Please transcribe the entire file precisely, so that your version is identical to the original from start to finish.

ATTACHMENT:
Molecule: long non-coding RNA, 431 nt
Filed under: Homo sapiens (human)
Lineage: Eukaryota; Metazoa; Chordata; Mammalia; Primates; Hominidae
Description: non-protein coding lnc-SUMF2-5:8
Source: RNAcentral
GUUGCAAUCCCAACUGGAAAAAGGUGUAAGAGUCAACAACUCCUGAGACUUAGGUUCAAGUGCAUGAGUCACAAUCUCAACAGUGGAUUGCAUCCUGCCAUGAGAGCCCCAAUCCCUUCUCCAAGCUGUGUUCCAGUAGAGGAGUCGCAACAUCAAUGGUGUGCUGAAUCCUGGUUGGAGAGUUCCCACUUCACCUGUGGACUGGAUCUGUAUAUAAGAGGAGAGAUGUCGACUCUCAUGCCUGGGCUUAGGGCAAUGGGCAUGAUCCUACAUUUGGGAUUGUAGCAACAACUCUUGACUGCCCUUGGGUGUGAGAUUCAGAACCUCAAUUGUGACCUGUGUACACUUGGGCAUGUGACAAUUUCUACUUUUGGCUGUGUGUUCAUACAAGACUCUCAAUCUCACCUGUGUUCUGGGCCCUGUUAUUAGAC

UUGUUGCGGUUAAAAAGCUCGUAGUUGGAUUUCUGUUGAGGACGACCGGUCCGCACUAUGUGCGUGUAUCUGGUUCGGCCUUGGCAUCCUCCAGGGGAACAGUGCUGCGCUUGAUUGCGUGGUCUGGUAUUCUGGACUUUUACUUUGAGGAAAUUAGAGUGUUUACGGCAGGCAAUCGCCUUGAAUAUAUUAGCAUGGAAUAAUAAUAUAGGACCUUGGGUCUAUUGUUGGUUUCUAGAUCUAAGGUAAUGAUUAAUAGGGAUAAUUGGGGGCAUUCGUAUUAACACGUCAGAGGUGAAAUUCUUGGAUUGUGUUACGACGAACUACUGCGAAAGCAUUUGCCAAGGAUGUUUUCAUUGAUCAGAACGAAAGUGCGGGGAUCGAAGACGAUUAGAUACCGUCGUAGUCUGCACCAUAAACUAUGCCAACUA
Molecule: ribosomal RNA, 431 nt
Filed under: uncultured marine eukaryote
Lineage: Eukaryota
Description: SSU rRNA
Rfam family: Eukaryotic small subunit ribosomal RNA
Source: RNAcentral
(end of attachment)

Molecule: long non-coding RNA, 431 nt
Filed under: Homo sapiens (human)
Lineage: Eukaryota; Metazoa; Chordata; Mammalia; Primates; Hominidae
Description: non-protein coding lnc-SUMF2-5:8
Source: RNAcentral
GUUGCAAUCCCAACUGGAAAAAGGUGUAAGAGUCAACAACUCCUGAGACUUAGGUUCAAGUGCAUGAGUCACAAUCUCAACAGUGGAUUGCAUCCUGCCAUGAGAGCCCCAAUCCCUUCUCCAAGCUGUGUUCCAGUAGAGGAGUCGCAACAUCAAUGGUGUGCUGAAUCCUGGUUGGAGAGUUCCCACUUCACCUGUGGACUGGAUCUGUAUAUAAGAGGAGAGAUGUCGACUCUCAUGCCUGGGCUUAGGGCAAUGGGCAUGAUCCUACAUUUGGGAUUGUAGCAACAACUCUUGACUGCCCUUGGGUGUGAGAUUCAGAACCUCAAUUGUGACCUGUGUACACUUGGGCAUGUGACAAUUUCUACUUUUGGCUGUGUGUUCAUACAAGACUCUCAAUCUCACCUGUGUUCUGGGCCCUGUUAUUAGAC

UUGUUGCGGUUAAAAAGCUCGUAGUUGGAUUUCUGUUGAGGACGACCGGUCCGCACUAUGUGCGUGUAUCUGGUUCGGCCUUGGCAUCCUCCAGGGGAACAGUGCUGCGCUUGAUUGCGUGGUCUGGUAUUCUGGACUUUUACUUUGAGGAAAUUAGAGUGUUUACGGCAGGCAAUCGCCUUGAAUAUAUUAGCAUGGAAUAAUAAUAUAGGACCUUGGGUCUAUUGUUGGUUUCUAGAUCUAAGGUAAUGAUUAAUAGGGAUAAUUGGGGGCAUUCGUAUUAACACGUCAGAGGUGAAAUUCUUGGAUUGUGUUACGACGAACUACUGCGAAAGCAUUUGCCAAGGAUGUUUUCAUUGAUCAGAACGAAAGUGCGGGGAUCGAAGACGAUUAGAUACCGUCGUAGUCUGCACCAUAAACUAUGCCAACUA
Molecule: ribosomal RNA, 431 nt
Filed under: uncultured marine eukaryote
Lineage: Eukaryota
Description: SSU rRNA
Rfam family: Eukaryotic small subunit ribosomal RNA
Source: RNAcentral